For we walk by faith, not by sight.
2 Corinthians 5:7, KJV*

David Crowder talks about “living the rescue” in his book, Praise Habit: about how accepting God’s gift with open arms, embracing it and living it, is praise to the Giver. (page 40)

As I was praying this morning, it seemed to me that when I live confident in God, that’s praise, because it’s a testimony to His trustworthiness and power. That was how the God wanted the people of Israel to live, in the Old Testament. And its how the early Christians lived: openly dependent on God. If He let them down, they’d fall. Of course, He didn’t. But the point is, they were living examples, testimonies, God’s “Exhibit A”.

God has been reminding me that I need to see what He does, and to praise Him with my words, both private and public, spoken and sung. Today I’m realizing that public praise may not involve words.

If I’m living confidently, secure in God’s hand, that says something. I can tell people who ask (“always be ready to give the reason for the hope that is within you,” says 1 Peter 3:15) and I can speak naturally about God, but it’s the living by faith – calm and at peace – that’s going to demonstrate God’s power. It’s living proof of God’s goodness.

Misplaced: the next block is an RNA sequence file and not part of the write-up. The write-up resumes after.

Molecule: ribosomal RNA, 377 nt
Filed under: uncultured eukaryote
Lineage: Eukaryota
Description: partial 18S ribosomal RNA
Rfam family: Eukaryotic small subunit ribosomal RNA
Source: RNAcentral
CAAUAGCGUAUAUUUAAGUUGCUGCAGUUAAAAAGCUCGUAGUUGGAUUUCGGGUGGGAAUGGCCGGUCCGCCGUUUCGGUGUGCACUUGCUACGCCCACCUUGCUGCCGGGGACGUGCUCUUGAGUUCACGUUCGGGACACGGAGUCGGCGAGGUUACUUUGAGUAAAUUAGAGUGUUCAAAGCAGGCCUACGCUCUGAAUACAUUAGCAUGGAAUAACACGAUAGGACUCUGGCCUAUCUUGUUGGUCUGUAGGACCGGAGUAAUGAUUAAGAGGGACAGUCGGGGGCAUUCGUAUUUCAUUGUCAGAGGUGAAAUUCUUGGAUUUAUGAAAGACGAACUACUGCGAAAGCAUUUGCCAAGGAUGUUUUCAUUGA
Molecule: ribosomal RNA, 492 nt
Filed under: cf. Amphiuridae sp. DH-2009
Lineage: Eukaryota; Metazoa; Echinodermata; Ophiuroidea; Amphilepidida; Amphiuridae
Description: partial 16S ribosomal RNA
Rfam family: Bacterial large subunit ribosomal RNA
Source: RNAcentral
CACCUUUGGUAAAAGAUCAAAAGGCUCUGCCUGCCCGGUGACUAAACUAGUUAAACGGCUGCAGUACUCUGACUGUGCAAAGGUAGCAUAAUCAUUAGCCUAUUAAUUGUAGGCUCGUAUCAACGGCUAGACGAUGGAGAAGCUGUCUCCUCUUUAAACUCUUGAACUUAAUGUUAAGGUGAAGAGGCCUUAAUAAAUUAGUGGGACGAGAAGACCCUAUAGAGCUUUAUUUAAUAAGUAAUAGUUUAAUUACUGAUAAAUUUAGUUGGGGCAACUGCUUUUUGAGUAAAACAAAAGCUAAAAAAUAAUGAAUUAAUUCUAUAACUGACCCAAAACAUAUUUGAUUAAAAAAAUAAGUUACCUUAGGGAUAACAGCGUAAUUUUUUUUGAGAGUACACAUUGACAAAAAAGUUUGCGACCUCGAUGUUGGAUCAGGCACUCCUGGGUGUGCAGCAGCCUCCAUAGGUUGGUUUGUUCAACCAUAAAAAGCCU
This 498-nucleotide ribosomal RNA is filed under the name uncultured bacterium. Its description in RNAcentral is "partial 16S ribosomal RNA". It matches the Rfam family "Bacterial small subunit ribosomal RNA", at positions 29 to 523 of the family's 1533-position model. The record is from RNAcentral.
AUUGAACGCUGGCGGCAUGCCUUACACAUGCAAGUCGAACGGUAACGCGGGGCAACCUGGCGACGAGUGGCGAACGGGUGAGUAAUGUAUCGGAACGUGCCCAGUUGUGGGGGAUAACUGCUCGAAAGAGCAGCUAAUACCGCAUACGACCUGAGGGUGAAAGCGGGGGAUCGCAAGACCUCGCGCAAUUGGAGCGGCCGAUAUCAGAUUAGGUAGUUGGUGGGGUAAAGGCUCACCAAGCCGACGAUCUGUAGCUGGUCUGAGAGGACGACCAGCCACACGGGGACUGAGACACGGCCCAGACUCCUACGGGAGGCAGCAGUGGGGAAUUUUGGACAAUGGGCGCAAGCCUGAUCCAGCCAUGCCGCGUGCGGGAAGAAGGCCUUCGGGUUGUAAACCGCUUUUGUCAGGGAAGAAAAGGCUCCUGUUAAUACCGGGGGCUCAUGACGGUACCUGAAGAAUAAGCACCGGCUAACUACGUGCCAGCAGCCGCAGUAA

Father, please help me understand this and apply it even in the deepest levels. Help me walk by faith, trusting in You with all my heart, and help me not lean on my own understanding. Help me to acknowledge You in all my ways. Thank You that You will direct my path – please help me walk in it by faith, not by my limited sight. Because of Jesus, who rescued me. Amen.

Let’s make this week’s song our prayer: Walk By Faith, by Jeremy Camp.

*King James Version (KJV) Public Domain